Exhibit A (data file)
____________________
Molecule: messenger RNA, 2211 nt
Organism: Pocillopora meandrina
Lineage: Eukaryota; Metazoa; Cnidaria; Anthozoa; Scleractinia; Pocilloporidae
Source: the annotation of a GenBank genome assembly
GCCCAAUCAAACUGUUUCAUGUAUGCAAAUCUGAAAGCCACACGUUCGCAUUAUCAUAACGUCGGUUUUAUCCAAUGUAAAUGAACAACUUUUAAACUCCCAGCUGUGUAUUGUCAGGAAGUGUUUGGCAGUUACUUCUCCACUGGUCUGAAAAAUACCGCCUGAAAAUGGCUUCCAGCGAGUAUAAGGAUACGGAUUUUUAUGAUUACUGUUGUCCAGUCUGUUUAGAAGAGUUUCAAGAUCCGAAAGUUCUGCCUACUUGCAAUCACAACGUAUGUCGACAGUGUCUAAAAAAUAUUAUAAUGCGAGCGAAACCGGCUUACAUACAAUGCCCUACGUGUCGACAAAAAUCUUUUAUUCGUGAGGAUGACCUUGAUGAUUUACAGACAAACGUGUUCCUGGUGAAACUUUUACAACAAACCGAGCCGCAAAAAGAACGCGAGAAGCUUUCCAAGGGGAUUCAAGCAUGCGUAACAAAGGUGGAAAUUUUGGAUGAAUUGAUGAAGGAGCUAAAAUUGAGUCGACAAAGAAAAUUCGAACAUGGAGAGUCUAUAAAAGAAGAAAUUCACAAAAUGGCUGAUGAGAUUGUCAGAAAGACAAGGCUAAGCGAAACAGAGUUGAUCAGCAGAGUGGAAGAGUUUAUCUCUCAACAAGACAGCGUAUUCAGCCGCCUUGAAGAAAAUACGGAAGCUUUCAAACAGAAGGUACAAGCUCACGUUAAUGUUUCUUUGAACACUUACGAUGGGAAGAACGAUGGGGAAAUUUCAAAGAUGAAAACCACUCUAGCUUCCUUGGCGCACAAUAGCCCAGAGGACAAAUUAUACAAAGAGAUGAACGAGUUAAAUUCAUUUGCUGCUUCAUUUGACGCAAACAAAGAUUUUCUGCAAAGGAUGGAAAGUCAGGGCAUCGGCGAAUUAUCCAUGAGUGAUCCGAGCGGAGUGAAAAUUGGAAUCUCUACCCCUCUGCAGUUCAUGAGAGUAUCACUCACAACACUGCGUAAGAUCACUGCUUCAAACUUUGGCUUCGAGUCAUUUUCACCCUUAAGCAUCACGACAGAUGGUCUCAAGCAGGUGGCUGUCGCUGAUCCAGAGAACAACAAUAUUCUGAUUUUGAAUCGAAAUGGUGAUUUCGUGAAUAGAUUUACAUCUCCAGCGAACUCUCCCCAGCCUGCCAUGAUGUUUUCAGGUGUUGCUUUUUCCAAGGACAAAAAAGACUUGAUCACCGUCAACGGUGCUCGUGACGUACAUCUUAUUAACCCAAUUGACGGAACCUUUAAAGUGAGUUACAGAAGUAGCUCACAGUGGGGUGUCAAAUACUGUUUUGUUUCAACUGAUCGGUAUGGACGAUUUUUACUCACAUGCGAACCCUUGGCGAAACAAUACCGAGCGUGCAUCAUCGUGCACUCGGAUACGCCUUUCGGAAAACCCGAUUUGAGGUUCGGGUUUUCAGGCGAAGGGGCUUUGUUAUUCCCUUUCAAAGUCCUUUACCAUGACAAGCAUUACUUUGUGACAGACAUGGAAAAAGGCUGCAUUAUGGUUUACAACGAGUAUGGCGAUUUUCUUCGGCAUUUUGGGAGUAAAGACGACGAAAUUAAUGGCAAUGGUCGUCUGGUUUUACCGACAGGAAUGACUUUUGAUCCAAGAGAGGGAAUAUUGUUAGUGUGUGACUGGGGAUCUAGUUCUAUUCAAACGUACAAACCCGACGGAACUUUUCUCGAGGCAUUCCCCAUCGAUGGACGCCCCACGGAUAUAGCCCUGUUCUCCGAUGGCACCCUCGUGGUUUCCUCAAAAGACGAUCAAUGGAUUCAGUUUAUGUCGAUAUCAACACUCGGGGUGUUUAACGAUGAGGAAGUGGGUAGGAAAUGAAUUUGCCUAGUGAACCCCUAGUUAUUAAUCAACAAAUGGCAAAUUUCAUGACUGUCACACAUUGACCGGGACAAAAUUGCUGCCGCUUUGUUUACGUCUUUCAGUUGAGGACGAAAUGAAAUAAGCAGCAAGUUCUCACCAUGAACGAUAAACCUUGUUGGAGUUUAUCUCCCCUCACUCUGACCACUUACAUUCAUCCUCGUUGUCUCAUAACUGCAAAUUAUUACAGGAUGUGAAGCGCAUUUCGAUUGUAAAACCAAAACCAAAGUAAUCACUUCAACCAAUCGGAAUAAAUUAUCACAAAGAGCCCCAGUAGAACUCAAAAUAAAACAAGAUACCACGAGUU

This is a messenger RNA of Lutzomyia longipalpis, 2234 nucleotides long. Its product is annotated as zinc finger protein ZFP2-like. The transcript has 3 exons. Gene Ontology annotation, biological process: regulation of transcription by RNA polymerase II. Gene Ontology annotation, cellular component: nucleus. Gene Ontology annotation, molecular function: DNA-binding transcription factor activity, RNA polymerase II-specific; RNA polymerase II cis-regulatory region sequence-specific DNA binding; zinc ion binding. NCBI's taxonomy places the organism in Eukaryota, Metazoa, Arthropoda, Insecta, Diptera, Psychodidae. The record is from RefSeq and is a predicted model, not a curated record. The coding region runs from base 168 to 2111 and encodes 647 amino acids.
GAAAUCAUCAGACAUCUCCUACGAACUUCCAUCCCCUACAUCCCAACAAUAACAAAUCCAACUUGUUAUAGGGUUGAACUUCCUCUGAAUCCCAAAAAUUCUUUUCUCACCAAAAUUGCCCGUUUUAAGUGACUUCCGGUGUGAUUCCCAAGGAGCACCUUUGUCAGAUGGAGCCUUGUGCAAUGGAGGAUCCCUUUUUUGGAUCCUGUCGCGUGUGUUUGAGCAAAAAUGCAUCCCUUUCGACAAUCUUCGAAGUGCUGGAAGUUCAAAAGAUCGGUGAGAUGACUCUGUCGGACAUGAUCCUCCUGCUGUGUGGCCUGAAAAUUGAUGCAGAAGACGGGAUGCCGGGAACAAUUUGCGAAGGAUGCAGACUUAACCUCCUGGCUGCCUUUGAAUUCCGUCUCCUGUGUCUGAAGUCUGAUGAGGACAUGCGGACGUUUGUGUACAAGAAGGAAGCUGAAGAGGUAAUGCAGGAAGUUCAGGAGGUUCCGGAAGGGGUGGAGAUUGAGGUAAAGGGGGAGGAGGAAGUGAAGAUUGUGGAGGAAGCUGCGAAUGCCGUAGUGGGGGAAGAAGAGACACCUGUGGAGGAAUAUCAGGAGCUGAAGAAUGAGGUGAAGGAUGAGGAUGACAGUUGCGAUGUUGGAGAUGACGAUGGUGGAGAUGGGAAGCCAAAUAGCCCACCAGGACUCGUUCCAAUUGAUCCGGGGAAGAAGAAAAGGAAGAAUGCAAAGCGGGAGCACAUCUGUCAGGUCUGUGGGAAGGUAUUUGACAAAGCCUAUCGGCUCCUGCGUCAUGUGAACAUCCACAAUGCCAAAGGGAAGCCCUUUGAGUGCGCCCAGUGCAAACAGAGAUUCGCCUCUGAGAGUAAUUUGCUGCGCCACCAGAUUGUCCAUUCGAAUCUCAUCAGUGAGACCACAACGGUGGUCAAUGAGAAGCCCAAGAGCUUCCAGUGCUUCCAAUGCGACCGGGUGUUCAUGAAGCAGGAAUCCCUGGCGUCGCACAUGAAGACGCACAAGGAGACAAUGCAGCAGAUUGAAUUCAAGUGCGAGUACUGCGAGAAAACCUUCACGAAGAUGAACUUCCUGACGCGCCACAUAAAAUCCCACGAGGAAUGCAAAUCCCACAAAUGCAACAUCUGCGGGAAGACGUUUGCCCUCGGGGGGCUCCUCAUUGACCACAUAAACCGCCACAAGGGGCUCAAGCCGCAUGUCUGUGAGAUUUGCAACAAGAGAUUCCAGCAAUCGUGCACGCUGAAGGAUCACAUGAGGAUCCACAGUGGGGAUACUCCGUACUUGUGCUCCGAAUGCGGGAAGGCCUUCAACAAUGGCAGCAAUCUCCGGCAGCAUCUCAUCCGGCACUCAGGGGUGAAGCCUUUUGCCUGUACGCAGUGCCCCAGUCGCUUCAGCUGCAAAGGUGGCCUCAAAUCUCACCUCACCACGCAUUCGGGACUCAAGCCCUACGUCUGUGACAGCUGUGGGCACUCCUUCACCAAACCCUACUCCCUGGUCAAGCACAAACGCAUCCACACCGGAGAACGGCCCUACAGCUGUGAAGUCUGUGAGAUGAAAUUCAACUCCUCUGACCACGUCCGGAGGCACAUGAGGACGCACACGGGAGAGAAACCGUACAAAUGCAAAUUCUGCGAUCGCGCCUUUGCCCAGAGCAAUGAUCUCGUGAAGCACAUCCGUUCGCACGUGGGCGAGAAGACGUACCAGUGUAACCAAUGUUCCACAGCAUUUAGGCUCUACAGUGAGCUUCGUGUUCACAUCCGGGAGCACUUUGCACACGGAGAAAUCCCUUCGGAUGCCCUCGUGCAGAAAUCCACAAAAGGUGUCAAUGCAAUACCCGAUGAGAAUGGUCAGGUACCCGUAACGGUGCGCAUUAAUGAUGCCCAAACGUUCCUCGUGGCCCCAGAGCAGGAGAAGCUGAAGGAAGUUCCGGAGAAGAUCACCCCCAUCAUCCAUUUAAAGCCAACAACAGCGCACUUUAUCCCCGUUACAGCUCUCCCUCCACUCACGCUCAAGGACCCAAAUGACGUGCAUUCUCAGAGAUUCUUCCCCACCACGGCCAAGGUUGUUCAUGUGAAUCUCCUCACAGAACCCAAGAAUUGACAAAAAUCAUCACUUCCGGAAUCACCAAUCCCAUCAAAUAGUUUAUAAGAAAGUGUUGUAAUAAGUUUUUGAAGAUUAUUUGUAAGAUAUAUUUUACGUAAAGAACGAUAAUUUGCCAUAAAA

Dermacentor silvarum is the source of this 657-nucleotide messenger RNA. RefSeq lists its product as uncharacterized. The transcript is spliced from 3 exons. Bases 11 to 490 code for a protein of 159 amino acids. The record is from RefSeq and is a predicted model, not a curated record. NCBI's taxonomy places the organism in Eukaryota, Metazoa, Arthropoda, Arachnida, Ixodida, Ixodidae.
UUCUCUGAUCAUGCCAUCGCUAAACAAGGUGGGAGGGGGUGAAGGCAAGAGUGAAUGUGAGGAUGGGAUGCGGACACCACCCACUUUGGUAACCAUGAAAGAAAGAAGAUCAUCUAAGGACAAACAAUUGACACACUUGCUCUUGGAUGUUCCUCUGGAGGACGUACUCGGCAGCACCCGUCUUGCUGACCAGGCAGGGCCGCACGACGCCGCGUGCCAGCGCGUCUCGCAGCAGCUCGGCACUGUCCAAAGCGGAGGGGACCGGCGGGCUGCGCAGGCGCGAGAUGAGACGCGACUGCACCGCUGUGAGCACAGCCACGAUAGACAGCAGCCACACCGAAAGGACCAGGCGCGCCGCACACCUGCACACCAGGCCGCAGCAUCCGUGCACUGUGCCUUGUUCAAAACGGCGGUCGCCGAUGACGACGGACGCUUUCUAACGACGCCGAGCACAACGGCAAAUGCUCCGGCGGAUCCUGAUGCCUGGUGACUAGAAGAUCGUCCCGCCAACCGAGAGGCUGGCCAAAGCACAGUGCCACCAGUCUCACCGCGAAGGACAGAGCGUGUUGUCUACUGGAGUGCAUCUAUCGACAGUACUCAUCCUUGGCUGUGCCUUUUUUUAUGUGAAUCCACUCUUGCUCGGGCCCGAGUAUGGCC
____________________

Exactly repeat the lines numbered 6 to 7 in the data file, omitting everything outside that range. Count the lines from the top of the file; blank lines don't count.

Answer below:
This is a messenger RNA of Lutzomyia longipalpis, 2234 nucleotides long. Its product is annotated as zinc finger protein ZFP2-like. The transcript has 3 exons. Gene Ontology annotation, biological process: regulation of transcription by RNA polymerase II. Gene Ontology annotation, cellular component: nucleus. Gene Ontology annotation, molecular function: DNA-binding transcription factor activity, RNA polymerase II-specific; RNA polymerase II cis-regulatory region sequence-specific DNA binding; zinc ion binding. NCBI's taxonomy places the organism in Eukaryota, Metazoa, Arthropoda, Insecta, Diptera, Psychodidae. The record is from RefSeq and is a predicted model, not a curated record. The coding region runs from base 168 to 2111 and encodes 647 amino acids.
GAAAUCAUCAGACAUCUCCUACGAACUUCCAUCCCCUACAUCCCAACAAUAACAAAUCCAACUUGUUAUAGGGUUGAACUUCCUCUGAAUCCCAAAAAUUCUUUUCUCACCAAAAUUGCCCGUUUUAAGUGACUUCCGGUGUGAUUCCCAAGGAGCACCUUUGUCAGAUGGAGCCUUGUGCAAUGGAGGAUCCCUUUUUUGGAUCCUGUCGCGUGUGUUUGAGCAAAAAUGCAUCCCUUUCGACAAUCUUCGAAGUGCUGGAAGUUCAAAAGAUCGGUGAGAUGACUCUGUCGGACAUGAUCCUCCUGCUGUGUGGCCUGAAAAUUGAUGCAGAAGACGGGAUGCCGGGAACAAUUUGCGAAGGAUGCAGACUUAACCUCCUGGCUGCCUUUGAAUUCCGUCUCCUGUGUCUGAAGUCUGAUGAGGACAUGCGGACGUUUGUGUACAAGAAGGAAGCUGAAGAGGUAAUGCAGGAAGUUCAGGAGGUUCCGGAAGGGGUGGAGAUUGAGGUAAAGGGGGAGGAGGAAGUGAAGAUUGUGGAGGAAGCUGCGAAUGCCGUAGUGGGGGAAGAAGAGACACCUGUGGAGGAAUAUCAGGAGCUGAAGAAUGAGGUGAAGGAUGAGGAUGACAGUUGCGAUGUUGGAGAUGACGAUGGUGGAGAUGGGAAGCCAAAUAGCCCACCAGGACUCGUUCCAAUUGAUCCGGGGAAGAAGAAAAGGAAGAAUGCAAAGCGGGAGCACAUCUGUCAGGUCUGUGGGAAGGUAUUUGACAAAGCCUAUCGGCUCCUGCGUCAUGUGAACAUCCACAAUGCCAAAGGGAAGCCCUUUGAGUGCGCCCAGUGCAAACAGAGAUUCGCCUCUGAGAGUAAUUUGCUGCGCCACCAGAUUGUCCAUUCGAAUCUCAUCAGUGAGACCACAACGGUGGUCAAUGAGAAGCCCAAGAGCUUCCAGUGCUUCCAAUGCGACCGGGUGUUCAUGAAGCAGGAAUCCCUGGCGUCGCACAUGAAGACGCACAAGGAGACAAUGCAGCAGAUUGAAUUCAAGUGCGAGUACUGCGAGAAAACCUUCACGAAGAUGAACUUCCUGACGCGCCACAUAAAAUCCCACGAGGAAUGCAAAUCCCACAAAUGCAACAUCUGCGGGAAGACGUUUGCCCUCGGGGGGCUCCUCAUUGACCACAUAAACCGCCACAAGGGGCUCAAGCCGCAUGUCUGUGAGAUUUGCAACAAGAGAUUCCAGCAAUCGUGCACGCUGAAGGAUCACAUGAGGAUCCACAGUGGGGAUACUCCGUACUUGUGCUCCGAAUGCGGGAAGGCCUUCAACAAUGGCAGCAAUCUCCGGCAGCAUCUCAUCCGGCACUCAGGGGUGAAGCCUUUUGCCUGUACGCAGUGCCCCAGUCGCUUCAGCUGCAAAGGUGGCCUCAAAUCUCACCUCACCACGCAUUCGGGACUCAAGCCCUACGUCUGUGACAGCUGUGGGCACUCCUUCACCAAACCCUACUCCCUGGUCAAGCACAAACGCAUCCACACCGGAGAACGGCCCUACAGCUGUGAAGUCUGUGAGAUGAAAUUCAACUCCUCUGACCACGUCCGGAGGCACAUGAGGACGCACACGGGAGAGAAACCGUACAAAUGCAAAUUCUGCGAUCGCGCCUUUGCCCAGAGCAAUGAUCUCGUGAAGCACAUCCGUUCGCACGUGGGCGAGAAGACGUACCAGUGUAACCAAUGUUCCACAGCAUUUAGGCUCUACAGUGAGCUUCGUGUUCACAUCCGGGAGCACUUUGCACACGGAGAAAUCCCUUCGGAUGCCCUCGUGCAGAAAUCCACAAAAGGUGUCAAUGCAAUACCCGAUGAGAAUGGUCAGGUACCCGUAACGGUGCGCAUUAAUGAUGCCCAAACGUUCCUCGUGGCCCCAGAGCAGGAGAAGCUGAAGGAAGUUCCGGAGAAGAUCACCCCCAUCAUCCAUUUAAAGCCAACAACAGCGCACUUUAUCCCCGUUACAGCUCUCCCUCCACUCACGCUCAAGGACCCAAAUGACGUGCAUUCUCAGAGAUUCUUCCCCACCACGGCCAAGGUUGUUCAUGUGAAUCUCCUCACAGAACCCAAGAAUUGACAAAAAUCAUCACUUCCGGAAUCACCAAUCCCAUCAAAUAGUUUAUAAGAAAGUGUUGUAAUAAGUUUUUGAAGAUUAUUUGUAAGAUAUAUUUUACGUAAAGAACGAUAAUUUGCCAUAAAA